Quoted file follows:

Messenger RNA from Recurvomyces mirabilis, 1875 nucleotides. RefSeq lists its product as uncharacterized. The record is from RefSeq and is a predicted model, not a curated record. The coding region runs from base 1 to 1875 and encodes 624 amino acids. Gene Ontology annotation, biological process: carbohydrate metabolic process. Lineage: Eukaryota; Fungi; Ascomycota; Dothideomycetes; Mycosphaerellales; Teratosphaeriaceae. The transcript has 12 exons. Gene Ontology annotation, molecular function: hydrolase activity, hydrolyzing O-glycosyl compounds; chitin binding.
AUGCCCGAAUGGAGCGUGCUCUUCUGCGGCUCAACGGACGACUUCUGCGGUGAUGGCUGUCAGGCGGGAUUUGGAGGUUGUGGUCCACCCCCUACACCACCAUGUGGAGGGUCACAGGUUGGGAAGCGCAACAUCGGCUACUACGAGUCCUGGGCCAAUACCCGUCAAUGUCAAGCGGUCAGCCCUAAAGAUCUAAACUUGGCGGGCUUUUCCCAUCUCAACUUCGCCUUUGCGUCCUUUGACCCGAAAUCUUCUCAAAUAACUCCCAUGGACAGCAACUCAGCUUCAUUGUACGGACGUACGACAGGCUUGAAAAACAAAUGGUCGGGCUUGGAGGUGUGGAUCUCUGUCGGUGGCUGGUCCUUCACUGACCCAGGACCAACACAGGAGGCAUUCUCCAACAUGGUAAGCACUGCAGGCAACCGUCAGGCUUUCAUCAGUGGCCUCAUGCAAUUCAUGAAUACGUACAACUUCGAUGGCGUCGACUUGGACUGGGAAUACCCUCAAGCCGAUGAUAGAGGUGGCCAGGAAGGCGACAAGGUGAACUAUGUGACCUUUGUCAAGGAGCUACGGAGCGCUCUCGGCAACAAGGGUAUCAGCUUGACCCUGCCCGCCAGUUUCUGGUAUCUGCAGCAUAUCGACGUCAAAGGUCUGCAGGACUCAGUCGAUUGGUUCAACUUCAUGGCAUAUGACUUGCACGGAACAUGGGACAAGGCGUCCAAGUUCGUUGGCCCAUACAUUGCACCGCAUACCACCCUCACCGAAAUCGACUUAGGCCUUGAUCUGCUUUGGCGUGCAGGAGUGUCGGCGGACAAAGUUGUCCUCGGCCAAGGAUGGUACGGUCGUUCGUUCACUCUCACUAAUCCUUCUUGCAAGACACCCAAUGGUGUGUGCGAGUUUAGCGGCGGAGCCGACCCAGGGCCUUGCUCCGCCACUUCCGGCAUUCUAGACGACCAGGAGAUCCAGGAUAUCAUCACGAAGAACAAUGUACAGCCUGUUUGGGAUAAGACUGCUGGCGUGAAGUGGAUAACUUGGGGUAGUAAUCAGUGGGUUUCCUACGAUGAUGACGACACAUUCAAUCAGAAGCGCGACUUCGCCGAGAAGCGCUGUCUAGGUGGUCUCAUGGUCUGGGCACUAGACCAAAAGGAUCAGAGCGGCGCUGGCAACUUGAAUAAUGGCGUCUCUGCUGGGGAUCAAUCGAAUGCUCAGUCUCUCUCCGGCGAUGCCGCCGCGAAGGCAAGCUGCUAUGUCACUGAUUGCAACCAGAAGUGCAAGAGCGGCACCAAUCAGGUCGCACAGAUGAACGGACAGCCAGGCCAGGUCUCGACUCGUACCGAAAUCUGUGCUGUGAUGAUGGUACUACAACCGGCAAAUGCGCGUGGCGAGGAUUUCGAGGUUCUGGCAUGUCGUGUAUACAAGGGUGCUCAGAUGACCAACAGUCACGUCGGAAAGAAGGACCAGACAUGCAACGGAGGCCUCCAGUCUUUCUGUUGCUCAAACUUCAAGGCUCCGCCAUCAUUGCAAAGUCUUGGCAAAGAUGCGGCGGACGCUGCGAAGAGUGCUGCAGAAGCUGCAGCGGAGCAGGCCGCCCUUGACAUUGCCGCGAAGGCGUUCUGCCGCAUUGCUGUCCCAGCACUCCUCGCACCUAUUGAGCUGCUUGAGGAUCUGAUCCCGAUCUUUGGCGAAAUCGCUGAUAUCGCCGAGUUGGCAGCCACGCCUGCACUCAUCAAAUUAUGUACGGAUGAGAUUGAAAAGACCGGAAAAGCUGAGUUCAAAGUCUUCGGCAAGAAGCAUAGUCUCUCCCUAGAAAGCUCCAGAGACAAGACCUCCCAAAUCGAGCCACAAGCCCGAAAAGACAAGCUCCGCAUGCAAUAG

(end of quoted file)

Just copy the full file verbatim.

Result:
Messenger RNA from Recurvomyces mirabilis, 1875 nucleotides. RefSeq lists its product as uncharacterized. The record is from RefSeq and is a predicted model, not a curated record. The coding region runs from base 1 to 1875 and encodes 624 amino acids. Gene Ontology annotation, biological process: carbohydrate metabolic process. Lineage: Eukaryota; Fungi; Ascomycota; Dothideomycetes; Mycosphaerellales; Teratosphaeriaceae. The transcript has 12 exons. Gene Ontology annotation, molecular function: hydrolase activity, hydrolyzing O-glycosyl compounds; chitin binding.
AUGCCCGAAUGGAGCGUGCUCUUCUGCGGCUCAACGGACGACUUCUGCGGUGAUGGCUGUCAGGCGGGAUUUGGAGGUUGUGGUCCACCCCCUACACCACCAUGUGGAGGGUCACAGGUUGGGAAGCGCAACAUCGGCUACUACGAGUCCUGGGCCAAUACCCGUCAAUGUCAAGCGGUCAGCCCUAAAGAUCUAAACUUGGCGGGCUUUUCCCAUCUCAACUUCGCCUUUGCGUCCUUUGACCCGAAAUCUUCUCAAAUAACUCCCAUGGACAGCAACUCAGCUUCAUUGUACGGACGUACGACAGGCUUGAAAAACAAAUGGUCGGGCUUGGAGGUGUGGAUCUCUGUCGGUGGCUGGUCCUUCACUGACCCAGGACCAACACAGGAGGCAUUCUCCAACAUGGUAAGCACUGCAGGCAACCGUCAGGCUUUCAUCAGUGGCCUCAUGCAAUUCAUGAAUACGUACAACUUCGAUGGCGUCGACUUGGACUGGGAAUACCCUCAAGCCGAUGAUAGAGGUGGCCAGGAAGGCGACAAGGUGAACUAUGUGACCUUUGUCAAGGAGCUACGGAGCGCUCUCGGCAACAAGGGUAUCAGCUUGACCCUGCCCGCCAGUUUCUGGUAUCUGCAGCAUAUCGACGUCAAAGGUCUGCAGGACUCAGUCGAUUGGUUCAACUUCAUGGCAUAUGACUUGCACGGAACAUGGGACAAGGCGUCCAAGUUCGUUGGCCCAUACAUUGCACCGCAUACCACCCUCACCGAAAUCGACUUAGGCCUUGAUCUGCUUUGGCGUGCAGGAGUGUCGGCGGACAAAGUUGUCCUCGGCCAAGGAUGGUACGGUCGUUCGUUCACUCUCACUAAUCCUUCUUGCAAGACACCCAAUGGUGUGUGCGAGUUUAGCGGCGGAGCCGACCCAGGGCCUUGCUCCGCCACUUCCGGCAUUCUAGACGACCAGGAGAUCCAGGAUAUCAUCACGAAGAACAAUGUACAGCCUGUUUGGGAUAAGACUGCUGGCGUGAAGUGGAUAACUUGGGGUAGUAAUCAGUGGGUUUCCUACGAUGAUGACGACACAUUCAAUCAGAAGCGCGACUUCGCCGAGAAGCGCUGUCUAGGUGGUCUCAUGGUCUGGGCACUAGACCAAAAGGAUCAGAGCGGCGCUGGCAACUUGAAUAAUGGCGUCUCUGCUGGGGAUCAAUCGAAUGCUCAGUCUCUCUCCGGCGAUGCCGCCGCGAAGGCAAGCUGCUAUGUCACUGAUUGCAACCAGAAGUGCAAGAGCGGCACCAAUCAGGUCGCACAGAUGAACGGACAGCCAGGCCAGGUCUCGACUCGUACCGAAAUCUGUGCUGUGAUGAUGGUACUACAACCGGCAAAUGCGCGUGGCGAGGAUUUCGAGGUUCUGGCAUGUCGUGUAUACAAGGGUGCUCAGAUGACCAACAGUCACGUCGGAAAGAAGGACCAGACAUGCAACGGAGGCCUCCAGUCUUUCUGUUGCUCAAACUUCAAGGCUCCGCCAUCAUUGCAAAGUCUUGGCAAAGAUGCGGCGGACGCUGCGAAGAGUGCUGCAGAAGCUGCAGCGGAGCAGGCCGCCCUUGACAUUGCCGCGAAGGCGUUCUGCCGCAUUGCUGUCCCAGCACUCCUCGCACCUAUUGAGCUGCUUGAGGAUCUGAUCCCGAUCUUUGGCGAAAUCGCUGAUAUCGCCGAGUUGGCAGCCACGCCUGCACUCAUCAAAUUAUGUACGGAUGAGAUUGAAAAGACCGGAAAAGCUGAGUUCAAAGUCUUCGGCAAGAAGCAUAGUCUCUCCCUAGAAAGCUCCAGAGACAAGACCUCCCAAAUCGAGCCACAAGCCCGAAAAGACAAGCUCCGCAUGCAAUAG